Two weeks ago, I focused on His teachings concerning Community. Most of us start out with warm feelings about Community. The greatest challenge, then, often is resisting the urge to elevate our loyalty to Community above our fidelity to God.
With Society, the challenge is reversed: even those of us that function most successfully in Society hold little affection for it and recognize it as a realm of unpleasantness, disappointments and threats. This causes us to turn away from Society or to caricature it as entirely evil. Jesus’s message about Society, although certainly recognizing its dangers, is far more nuanced.
When discussing Jesus’s relationship with Society, we must start with the most obvious point: that He was tortured and murdered by the most powerful organ of Society in the ancient world: the Roman Empire.
And, indeed, Jesus recognized that this was far from an isolated incident. Mary and Joseph had to take the infant Jesus out of their country, to make their family refugees, to escape murderous repression from Herod. Matthew chapter 2, verses 14-15.
Matthew chapter 14, verses 1-10, tells us that when John the Baptist criticized Herod the tetrarch for adultery, Herod had him imprisoned. Herod subsequently killed John on the whim of his daughter and wife. The absolute, unaccountable power of its elites is a major part of what makes Society so dangerous and so feared, in Jesus’s time and our own.
Jesus prophesizes that His disciples will face more violence from thuggish organs of Society, going well beyond those of Rome. Matthew chapter 24, verse 9, warns that “you will be handed over to be persecuted and put to death, and you will be hated by all nations because of me.” The hatred of nations is not a personal thing: whole nations cannot get to know us. But hatred in Society does not have to rest on any real knowledge of the person being hated, just as internet trolls today vilify and ostracize people they have never met.
The story of Jesus’s betrayal and murder also illustrates some of Society’s worst qualities. For one, it was deeply manipulative. In our second reading for today, John chapter 11, verses 48-49, tell us that much of the reason the priests of Jerusalem felt an urgent need to end Jesus’s ministry was that they believed that, if they did not, the Romans would find Him a threat to their rule and destroy the entire Jewish people. Rome relied on fear to hide its hand in suppressing Jesus. Powerful people in our own time, too, seek to exploit our fears to induce us to commit hateful acts that betray God.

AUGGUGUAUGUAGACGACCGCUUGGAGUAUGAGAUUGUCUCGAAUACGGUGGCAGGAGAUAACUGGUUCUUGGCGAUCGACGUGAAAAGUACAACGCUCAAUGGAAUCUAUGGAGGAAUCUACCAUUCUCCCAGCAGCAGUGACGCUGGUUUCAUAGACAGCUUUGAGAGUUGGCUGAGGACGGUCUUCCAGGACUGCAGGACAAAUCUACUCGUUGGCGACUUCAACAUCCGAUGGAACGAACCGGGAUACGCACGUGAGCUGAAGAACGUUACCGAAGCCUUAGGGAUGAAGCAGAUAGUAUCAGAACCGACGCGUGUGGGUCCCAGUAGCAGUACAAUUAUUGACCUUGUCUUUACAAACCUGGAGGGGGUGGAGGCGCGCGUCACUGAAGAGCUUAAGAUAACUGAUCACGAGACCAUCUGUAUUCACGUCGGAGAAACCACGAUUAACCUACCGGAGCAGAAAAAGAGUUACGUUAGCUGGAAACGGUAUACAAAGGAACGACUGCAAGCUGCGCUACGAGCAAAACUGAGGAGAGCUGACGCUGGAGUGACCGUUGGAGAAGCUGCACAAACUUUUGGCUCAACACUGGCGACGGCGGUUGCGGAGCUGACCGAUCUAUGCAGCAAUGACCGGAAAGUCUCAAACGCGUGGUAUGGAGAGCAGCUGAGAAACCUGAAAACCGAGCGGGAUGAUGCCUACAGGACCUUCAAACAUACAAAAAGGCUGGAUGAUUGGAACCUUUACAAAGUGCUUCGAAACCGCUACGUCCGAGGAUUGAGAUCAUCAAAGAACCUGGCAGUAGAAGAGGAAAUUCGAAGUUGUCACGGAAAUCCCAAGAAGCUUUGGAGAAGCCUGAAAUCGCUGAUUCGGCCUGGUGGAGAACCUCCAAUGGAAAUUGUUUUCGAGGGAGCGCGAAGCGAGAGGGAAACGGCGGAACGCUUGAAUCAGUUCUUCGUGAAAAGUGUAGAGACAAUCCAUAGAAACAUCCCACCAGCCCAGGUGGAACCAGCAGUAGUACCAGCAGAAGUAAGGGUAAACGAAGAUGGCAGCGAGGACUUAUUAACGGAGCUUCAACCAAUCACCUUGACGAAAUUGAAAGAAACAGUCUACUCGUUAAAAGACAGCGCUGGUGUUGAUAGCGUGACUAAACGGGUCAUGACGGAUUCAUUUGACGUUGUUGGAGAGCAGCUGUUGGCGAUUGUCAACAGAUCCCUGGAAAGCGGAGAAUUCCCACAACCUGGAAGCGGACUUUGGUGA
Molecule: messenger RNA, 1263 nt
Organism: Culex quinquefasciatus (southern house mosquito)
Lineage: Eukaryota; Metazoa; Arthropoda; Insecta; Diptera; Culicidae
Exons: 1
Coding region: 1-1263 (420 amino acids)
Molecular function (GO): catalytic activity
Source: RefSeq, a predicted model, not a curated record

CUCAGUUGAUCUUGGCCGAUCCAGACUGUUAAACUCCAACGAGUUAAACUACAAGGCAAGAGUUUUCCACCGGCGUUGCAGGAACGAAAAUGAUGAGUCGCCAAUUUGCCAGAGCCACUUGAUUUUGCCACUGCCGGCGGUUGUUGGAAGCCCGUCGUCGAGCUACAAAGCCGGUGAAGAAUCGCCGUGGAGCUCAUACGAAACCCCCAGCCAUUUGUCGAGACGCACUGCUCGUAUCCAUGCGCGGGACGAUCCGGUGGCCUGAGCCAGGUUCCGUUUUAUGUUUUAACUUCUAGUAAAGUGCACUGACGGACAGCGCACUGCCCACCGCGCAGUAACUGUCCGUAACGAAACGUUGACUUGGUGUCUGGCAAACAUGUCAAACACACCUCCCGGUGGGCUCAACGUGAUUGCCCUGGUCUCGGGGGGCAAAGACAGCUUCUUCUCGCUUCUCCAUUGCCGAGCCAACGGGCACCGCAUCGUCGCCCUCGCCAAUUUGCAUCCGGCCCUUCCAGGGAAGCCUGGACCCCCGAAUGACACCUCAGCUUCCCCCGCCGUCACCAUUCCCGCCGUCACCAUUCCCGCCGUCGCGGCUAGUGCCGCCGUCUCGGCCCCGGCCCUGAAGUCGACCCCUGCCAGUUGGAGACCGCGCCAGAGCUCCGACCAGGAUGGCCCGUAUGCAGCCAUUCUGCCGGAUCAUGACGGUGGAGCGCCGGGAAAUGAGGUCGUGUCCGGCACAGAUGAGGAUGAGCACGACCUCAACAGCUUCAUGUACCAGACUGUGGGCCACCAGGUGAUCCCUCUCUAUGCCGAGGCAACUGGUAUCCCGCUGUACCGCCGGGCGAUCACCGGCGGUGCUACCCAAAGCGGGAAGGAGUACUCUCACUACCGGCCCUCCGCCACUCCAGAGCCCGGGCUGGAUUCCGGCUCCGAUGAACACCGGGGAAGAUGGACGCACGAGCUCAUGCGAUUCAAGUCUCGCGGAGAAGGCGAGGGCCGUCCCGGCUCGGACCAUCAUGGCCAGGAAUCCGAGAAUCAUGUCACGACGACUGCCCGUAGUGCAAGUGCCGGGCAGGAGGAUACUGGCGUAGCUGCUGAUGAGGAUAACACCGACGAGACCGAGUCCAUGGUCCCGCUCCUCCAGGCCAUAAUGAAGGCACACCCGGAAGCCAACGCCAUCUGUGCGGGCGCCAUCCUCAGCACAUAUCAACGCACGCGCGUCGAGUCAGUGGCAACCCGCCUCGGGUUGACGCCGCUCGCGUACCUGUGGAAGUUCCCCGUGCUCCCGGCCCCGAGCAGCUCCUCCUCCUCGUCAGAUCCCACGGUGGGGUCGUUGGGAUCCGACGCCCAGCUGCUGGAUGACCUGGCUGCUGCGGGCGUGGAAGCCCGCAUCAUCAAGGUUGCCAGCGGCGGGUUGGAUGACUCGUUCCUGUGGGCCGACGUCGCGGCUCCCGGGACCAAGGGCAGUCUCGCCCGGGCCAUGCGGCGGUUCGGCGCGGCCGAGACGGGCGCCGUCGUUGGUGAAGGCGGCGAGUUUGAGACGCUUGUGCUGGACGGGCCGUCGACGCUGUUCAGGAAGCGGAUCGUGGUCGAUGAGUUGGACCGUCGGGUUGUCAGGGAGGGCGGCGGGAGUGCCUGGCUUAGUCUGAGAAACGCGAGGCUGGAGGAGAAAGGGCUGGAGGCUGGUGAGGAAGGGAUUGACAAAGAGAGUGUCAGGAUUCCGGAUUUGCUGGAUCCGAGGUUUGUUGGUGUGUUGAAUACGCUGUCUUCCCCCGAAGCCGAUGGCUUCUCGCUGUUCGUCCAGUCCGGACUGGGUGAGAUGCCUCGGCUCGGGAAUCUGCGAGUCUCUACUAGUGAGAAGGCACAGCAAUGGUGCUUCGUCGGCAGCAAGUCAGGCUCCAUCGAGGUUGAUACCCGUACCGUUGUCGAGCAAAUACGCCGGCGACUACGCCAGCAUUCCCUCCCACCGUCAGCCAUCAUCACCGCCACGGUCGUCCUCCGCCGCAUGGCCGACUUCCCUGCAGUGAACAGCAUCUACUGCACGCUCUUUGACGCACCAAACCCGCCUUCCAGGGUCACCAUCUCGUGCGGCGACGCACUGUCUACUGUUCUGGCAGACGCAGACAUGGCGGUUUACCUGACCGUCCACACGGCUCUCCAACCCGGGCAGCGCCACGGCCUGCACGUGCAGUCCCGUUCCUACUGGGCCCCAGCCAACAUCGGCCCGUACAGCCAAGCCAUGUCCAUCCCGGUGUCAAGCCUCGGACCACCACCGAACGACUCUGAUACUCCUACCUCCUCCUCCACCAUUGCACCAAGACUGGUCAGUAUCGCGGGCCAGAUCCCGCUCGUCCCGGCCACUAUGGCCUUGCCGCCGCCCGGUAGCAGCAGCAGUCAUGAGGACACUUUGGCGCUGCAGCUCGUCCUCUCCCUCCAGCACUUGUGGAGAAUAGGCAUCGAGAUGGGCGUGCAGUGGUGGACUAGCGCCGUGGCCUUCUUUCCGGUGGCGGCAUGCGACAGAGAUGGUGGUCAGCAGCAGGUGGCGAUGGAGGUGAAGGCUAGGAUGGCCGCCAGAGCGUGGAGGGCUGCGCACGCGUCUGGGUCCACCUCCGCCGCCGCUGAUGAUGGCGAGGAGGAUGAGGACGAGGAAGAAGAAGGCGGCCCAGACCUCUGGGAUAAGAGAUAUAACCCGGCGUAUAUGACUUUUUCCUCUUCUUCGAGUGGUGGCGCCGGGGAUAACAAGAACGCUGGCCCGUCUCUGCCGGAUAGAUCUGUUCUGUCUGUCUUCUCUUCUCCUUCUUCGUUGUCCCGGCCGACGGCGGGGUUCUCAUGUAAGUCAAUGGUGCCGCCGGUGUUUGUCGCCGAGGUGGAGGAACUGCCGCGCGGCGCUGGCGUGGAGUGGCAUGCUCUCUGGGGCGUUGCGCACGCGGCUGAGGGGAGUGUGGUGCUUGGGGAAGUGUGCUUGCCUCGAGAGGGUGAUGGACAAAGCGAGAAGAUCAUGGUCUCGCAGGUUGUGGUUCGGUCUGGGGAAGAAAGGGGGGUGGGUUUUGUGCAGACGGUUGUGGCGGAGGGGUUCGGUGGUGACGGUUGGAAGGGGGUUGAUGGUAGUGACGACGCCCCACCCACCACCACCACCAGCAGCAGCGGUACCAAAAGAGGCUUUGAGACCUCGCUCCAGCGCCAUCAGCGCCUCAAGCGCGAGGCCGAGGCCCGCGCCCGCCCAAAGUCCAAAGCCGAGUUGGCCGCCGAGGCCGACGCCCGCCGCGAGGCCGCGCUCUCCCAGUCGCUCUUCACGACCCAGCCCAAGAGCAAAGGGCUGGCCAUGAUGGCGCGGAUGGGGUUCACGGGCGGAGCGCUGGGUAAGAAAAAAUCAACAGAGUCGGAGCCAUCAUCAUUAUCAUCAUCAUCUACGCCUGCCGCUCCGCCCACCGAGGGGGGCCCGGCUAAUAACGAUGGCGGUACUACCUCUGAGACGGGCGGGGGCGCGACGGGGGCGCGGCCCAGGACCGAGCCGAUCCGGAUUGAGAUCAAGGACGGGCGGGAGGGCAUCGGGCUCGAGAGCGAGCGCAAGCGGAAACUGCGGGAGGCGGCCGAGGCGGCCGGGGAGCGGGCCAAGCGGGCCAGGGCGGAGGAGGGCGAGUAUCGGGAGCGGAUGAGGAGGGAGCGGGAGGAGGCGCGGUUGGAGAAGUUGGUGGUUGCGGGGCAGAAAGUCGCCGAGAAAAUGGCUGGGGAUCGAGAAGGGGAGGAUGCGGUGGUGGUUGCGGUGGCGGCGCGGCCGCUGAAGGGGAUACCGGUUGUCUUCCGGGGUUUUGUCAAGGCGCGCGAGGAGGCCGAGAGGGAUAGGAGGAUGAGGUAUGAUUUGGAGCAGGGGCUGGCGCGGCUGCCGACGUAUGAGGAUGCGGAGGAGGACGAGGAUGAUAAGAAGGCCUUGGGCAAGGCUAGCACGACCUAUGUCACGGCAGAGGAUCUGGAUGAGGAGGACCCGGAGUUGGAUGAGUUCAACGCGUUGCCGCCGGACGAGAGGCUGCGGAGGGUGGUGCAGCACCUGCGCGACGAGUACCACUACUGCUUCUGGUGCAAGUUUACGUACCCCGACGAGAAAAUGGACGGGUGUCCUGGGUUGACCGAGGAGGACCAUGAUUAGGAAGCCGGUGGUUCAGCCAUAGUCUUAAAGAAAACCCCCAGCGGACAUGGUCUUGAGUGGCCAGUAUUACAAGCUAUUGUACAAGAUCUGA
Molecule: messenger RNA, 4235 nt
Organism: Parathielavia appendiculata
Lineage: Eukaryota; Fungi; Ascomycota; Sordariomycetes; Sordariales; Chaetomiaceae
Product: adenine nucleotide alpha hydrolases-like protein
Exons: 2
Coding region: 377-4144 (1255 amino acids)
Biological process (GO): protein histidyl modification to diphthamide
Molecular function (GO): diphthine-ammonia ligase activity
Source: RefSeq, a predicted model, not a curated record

Society also is adept at avoiding responsibility for its despicable acts. Matthew chapter 27, verses 19-25, tells us how Pontius Pilate, who held absolute earthly power in Jerusalem and who admitted that Jesus was innocent, nonetheless managed to manipulate the Jewish mob into accepting responsibility for his act in condemning Jesus.
Society has contempt for our individuality, and so naturally it has contempt for our privacy. When Society is interested in what we are doing, keeping secrets from it is very difficult. Society routinely lures us into violating our obligations to preserve the confidence of those in our Community. Thus, John chapter 11, verses 45-46, tells us that even though many of those exposed to Jesus’s ministry responded well and believed in Him, the authorities could always find a few informants to report on His activities. Matthew chapter 12, verses 15-16 and 24 tells us that Jesus’s injunctions to his audience to keep His presence to themselves were of no avail, and the presence of informants forced Him to flee. Indeed, John chapter 11, verse 54, tells us that this forced Jesus to retire from public preaching for a time.